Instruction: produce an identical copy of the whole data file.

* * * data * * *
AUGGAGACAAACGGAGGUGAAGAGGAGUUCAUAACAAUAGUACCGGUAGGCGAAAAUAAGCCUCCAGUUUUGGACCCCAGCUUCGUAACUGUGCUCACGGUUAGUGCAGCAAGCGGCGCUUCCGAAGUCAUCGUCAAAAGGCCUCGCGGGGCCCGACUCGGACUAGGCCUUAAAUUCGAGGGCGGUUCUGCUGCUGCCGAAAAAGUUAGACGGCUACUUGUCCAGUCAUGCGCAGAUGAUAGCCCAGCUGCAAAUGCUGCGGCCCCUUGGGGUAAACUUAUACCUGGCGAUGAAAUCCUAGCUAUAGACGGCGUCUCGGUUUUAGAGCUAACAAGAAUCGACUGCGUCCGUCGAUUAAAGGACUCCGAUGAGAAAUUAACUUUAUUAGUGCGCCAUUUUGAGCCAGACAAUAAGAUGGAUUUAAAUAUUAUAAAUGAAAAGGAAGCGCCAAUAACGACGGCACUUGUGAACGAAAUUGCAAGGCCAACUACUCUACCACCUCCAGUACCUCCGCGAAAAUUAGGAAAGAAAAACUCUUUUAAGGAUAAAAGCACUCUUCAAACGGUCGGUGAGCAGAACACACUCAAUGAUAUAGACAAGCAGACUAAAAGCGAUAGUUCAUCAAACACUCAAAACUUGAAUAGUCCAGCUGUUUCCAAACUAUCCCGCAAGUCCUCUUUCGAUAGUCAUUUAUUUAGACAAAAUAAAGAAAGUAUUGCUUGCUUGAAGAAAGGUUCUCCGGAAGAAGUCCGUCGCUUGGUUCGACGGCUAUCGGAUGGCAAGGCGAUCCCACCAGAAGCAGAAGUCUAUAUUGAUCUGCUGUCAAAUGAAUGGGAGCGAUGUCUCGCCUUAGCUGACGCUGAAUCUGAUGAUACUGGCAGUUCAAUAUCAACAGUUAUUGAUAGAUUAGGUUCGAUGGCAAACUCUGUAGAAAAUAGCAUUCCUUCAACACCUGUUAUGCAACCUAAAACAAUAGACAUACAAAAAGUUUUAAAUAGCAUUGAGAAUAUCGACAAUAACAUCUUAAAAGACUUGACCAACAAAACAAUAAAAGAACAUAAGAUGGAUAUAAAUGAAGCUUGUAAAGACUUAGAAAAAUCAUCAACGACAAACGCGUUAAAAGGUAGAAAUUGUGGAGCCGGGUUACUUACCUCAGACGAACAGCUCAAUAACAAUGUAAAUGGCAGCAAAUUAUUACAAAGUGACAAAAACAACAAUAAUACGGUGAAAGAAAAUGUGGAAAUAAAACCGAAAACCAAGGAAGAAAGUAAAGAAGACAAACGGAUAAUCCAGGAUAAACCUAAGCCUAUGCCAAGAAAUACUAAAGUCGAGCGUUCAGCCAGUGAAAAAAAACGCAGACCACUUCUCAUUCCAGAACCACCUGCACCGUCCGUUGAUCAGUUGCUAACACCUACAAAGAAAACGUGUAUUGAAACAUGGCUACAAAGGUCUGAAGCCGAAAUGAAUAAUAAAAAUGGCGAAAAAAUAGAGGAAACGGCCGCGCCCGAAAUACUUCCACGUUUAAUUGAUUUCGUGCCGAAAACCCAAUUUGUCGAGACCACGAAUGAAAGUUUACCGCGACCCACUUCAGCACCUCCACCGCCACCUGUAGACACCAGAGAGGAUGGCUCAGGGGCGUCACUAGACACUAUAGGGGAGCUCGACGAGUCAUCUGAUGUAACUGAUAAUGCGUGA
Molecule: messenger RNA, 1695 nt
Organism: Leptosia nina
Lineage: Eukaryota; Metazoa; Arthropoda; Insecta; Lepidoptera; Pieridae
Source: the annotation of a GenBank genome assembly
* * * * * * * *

AUGGAGACAAACGGAGGUGAAGAGGAGUUCAUAACAAUAGUACCGGUAGGCGAAAAUAAGCCUCCAGUUUUGGACCCCAGCUUCGUAACUGUGCUCACGGUUAGUGCAGCAAGCGGCGCUUCCGAAGUCAUCGUCAAAAGGCCUCGCGGGGCCCGACUCGGACUAGGCCUUAAAUUCGAGGGCGGUUCUGCUGCUGCCGAAAAAGUUAGACGGCUACUUGUCCAGUCAUGCGCAGAUGAUAGCCCAGCUGCAAAUGCUGCGGCCCCUUGGGGUAAACUUAUACCUGGCGAUGAAAUCCUAGCUAUAGACGGCGUCUCGGUUUUAGAGCUAACAAGAAUCGACUGCGUCCGUCGAUUAAAGGACUCCGAUGAGAAAUUAACUUUAUUAGUGCGCCAUUUUGAGCCAGACAAUAAGAUGGAUUUAAAUAUUAUAAAUGAAAAGGAAGCGCCAAUAACGACGGCACUUGUGAACGAAAUUGCAAGGCCAACUACUCUACCACCUCCAGUACCUCCGCGAAAAUUAGGAAAGAAAAACUCUUUUAAGGAUAAAAGCACUCUUCAAACGGUCGGUGAGCAGAACACACUCAAUGAUAUAGACAAGCAGACUAAAAGCGAUAGUUCAUCAAACACUCAAAACUUGAAUAGUCCAGCUGUUUCCAAACUAUCCCGCAAGUCCUCUUUCGAUAGUCAUUUAUUUAGACAAAAUAAAGAAAGUAUUGCUUGCUUGAAGAAAGGUUCUCCGGAAGAAGUCCGUCGCUUGGUUCGACGGCUAUCGGAUGGCAAGGCGAUCCCACCAGAAGCAGAAGUCUAUAUUGAUCUGCUGUCAAAUGAAUGGGAGCGAUGUCUCGCCUUAGCUGACGCUGAAUCUGAUGAUACUGGCAGUUCAAUAUCAACAGUUAUUGAUAGAUUAGGUUCGAUGGCAAACUCUGUAGAAAAUAGCAUUCCUUCAACACCUGUUAUGCAACCUAAAACAAUAGACAUACAAAAAGUUUUAAAUAGCAUUGAGAAUAUCGACAAUAACAUCUUAAAAGACUUGACCAACAAAACAAUAAAAGAACAUAAGAUGGAUAUAAAUGAAGCUUGUAAAGACUUAGAAAAAUCAUCAACGACAAACGCGUUAAAAGGUAGAAAUUGUGGAGCCGGGUUACUUACCUCAGACGAACAGCUCAAUAACAAUGUAAAUGGCAGCAAAUUAUUACAAAGUGACAAAAACAACAAUAAUACGGUGAAAGAAAAUGUGGAAAUAAAACCGAAAACCAAGGAAGAAAGUAAAGAAGACAAACGGAUAAUCCAGGAUAAACCUAAGCCUAUGCCAAGAAAUACUAAAGUCGAGCGUUCAGCCAGUGAAAAAAAACGCAGACCACUUCUCAUUCCAGAACCACCUGCACCGUCCGUUGAUCAGUUGCUAACACCUACAAAGAAAACGUGUAUUGAAACAUGGCUACAAAGGUCUGAAGCCGAAAUGAAUAAUAAAAAUGGCGAAAAAAUAGAGGAAACGGCCGCGCCCGAAAUACUUCCACGUUUAAUUGAUUUCGUGCCGAAAACCCAAUUUGUCGAGACCACGAAUGAAAGUUUACCGCGACCCACUUCAGCACCUCCACCGCCACCUGUAGACACCAGAGAGGAUGGCUCAGGGGCGUCACUAGACACUAUAGGGGAGCUCGACGAGUCAUCUGAUGUAACUGAUAAUGCGUGA
Molecule: messenger RNA, 1695 nt
Organism: Leptosia nina
Lineage: Eukaryota; Metazoa; Arthropoda; Insecta; Lepidoptera; Pieridae
Source: the annotation of a GenBank genome assembly